A Proof of the Pythagorean Theorem


Activity #1

Proof of Pythagoras' Theorem.

  • Rotate the triangle in the applet below through 90 degrees using the “Rotate” slider. ​
  • Move the “Translate” slider to the right. ​
  • Follow the steps to find the area of the trapezoid(trapezium), and the area of the 3 triangles. ​
  • Equating them and simplifying, results to the proof of Pythagoras’ theorem.

Demonstrate Pythagoras’ Theorem.

  •  Moving the two blue points of the triangle change its size and shape. ​
  • Show the lengths and then check that Pythagoras’ theorem is correct. ​
  • The sliders demonstrate that the two small squares equal the big one.
  • First the square changes to a parallelogram and then to a rectangle. Try to figure out why the area of each shape stays the same.

Activity #2

Establish Pythagoras' Theorem.

  • Read the information below and complete the exercise that follows.

Both figures shown here below are squares with a side length of a + b. Notice that the first figure is divided into two squares and two rectangles. The second figure is divided into a square and four right triangles with legs of lengths a and b. Let’s call the hypotenuse of these triangles c.

(1.) What is the total area of each figure?

(2.) Find the area of each of the 9 smaller regions shown the figures and label them.

(3.) Add up the area of the four regions in Figure F and set this expression equal to the sum of the areas of the five regions in Figure G. If you rewrite this equation using as few terms as possible, what do you have?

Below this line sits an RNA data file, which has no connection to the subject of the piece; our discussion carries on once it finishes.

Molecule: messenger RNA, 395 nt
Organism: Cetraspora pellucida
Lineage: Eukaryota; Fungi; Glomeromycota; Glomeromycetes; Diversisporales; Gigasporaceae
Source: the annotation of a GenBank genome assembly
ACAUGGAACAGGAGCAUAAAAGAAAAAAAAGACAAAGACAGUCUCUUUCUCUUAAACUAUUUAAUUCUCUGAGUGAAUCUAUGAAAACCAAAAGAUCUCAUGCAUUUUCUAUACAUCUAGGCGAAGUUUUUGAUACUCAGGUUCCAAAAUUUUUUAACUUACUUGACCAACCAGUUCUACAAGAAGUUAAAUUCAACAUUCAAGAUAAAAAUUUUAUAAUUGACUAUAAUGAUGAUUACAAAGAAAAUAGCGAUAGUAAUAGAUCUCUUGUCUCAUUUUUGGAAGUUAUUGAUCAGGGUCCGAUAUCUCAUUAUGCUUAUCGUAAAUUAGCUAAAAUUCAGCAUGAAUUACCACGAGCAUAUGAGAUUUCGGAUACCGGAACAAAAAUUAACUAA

Activity #3

Demonstration of Pythagoras' Theorem.

Use the applet to explore the relationship between areas. Follow the directions below.

  • Consider Squares A and B.
  • Check the box to see the area divided into five pieces with a pair of segments.
  • Check the box to see the pieces.
  • Arrange the five pieces to fit inside Square C.
  • Check the box to see the right triangle.
  • Arrange the figures so the squares are adjacent to the sides of the triangle.

Try it again with different squares. Estimate the areas of the new Squares, A, B, and C.

Estimate the areas of these new Squares, A, B, and C.

(1.) Explain what you observe as you complete the activity.

(2.) What do you think we may be able to conclude?

Challenge #1

Use the areas of the two identical squares to explain why 5² + 12² = 13².

Challenge #2

Find the unknown side lengths in these right triangles.

Challenge #3

Each number is between which two consecutive integers?

Quiz Time